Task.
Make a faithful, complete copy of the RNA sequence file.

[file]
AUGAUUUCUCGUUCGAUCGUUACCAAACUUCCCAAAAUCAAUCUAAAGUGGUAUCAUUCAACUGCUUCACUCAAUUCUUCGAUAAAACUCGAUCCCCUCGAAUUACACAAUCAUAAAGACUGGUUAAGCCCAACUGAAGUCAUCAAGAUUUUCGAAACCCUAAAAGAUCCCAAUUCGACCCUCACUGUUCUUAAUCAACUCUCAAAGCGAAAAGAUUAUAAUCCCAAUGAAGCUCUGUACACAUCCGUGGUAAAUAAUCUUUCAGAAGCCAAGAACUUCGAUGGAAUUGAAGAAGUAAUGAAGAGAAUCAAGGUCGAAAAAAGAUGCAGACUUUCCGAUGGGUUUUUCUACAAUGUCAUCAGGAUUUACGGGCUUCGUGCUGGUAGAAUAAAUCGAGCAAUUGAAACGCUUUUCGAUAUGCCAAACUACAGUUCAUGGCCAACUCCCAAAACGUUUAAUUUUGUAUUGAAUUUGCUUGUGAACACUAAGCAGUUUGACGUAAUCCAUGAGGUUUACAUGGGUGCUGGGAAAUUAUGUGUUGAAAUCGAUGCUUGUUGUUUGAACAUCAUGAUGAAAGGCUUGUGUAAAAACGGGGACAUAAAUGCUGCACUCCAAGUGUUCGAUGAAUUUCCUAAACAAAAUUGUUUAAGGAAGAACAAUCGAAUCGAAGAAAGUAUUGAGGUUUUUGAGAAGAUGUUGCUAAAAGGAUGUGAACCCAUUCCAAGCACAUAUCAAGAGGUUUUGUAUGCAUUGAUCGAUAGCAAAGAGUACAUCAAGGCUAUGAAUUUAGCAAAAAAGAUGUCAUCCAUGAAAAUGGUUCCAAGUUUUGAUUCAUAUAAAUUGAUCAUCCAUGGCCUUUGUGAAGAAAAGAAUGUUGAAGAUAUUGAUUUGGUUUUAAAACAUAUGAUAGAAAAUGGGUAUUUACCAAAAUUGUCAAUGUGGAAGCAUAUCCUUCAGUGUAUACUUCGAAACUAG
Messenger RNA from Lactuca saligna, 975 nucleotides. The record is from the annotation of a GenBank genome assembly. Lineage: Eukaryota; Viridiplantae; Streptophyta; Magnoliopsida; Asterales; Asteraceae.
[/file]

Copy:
AUGAUUUCUCGUUCGAUCGUUACCAAACUUCCCAAAAUCAAUCUAAAGUGGUAUCAUUCAACUGCUUCACUCAAUUCUUCGAUAAAACUCGAUCCCCUCGAAUUACACAAUCAUAAAGACUGGUUAAGCCCAACUGAAGUCAUCAAGAUUUUCGAAACCCUAAAAGAUCCCAAUUCGACCCUCACUGUUCUUAAUCAACUCUCAAAGCGAAAAGAUUAUAAUCCCAAUGAAGCUCUGUACACAUCCGUGGUAAAUAAUCUUUCAGAAGCCAAGAACUUCGAUGGAAUUGAAGAAGUAAUGAAGAGAAUCAAGGUCGAAAAAAGAUGCAGACUUUCCGAUGGGUUUUUCUACAAUGUCAUCAGGAUUUACGGGCUUCGUGCUGGUAGAAUAAAUCGAGCAAUUGAAACGCUUUUCGAUAUGCCAAACUACAGUUCAUGGCCAACUCCCAAAACGUUUAAUUUUGUAUUGAAUUUGCUUGUGAACACUAAGCAGUUUGACGUAAUCCAUGAGGUUUACAUGGGUGCUGGGAAAUUAUGUGUUGAAAUCGAUGCUUGUUGUUUGAACAUCAUGAUGAAAGGCUUGUGUAAAAACGGGGACAUAAAUGCUGCACUCCAAGUGUUCGAUGAAUUUCCUAAACAAAAUUGUUUAAGGAAGAACAAUCGAAUCGAAGAAAGUAUUGAGGUUUUUGAGAAGAUGUUGCUAAAAGGAUGUGAACCCAUUCCAAGCACAUAUCAAGAGGUUUUGUAUGCAUUGAUCGAUAGCAAAGAGUACAUCAAGGCUAUGAAUUUAGCAAAAAAGAUGUCAUCCAUGAAAAUGGUUCCAAGUUUUGAUUCAUAUAAAUUGAUCAUCCAUGGCCUUUGUGAAGAAAAGAAUGUUGAAGAUAUUGAUUUGGUUUUAAAACAUAUGAUAGAAAAUGGGUAUUUACCAAAAUUGUCAAUGUGGAAGCAUAUCCUUCAGUGUAUACUUCGAAACUAG
Messenger RNA from Lactuca saligna, 975 nucleotides. The record is from the annotation of a GenBank genome assembly. Lineage: Eukaryota; Viridiplantae; Streptophyta; Magnoliopsida; Asterales; Asteraceae.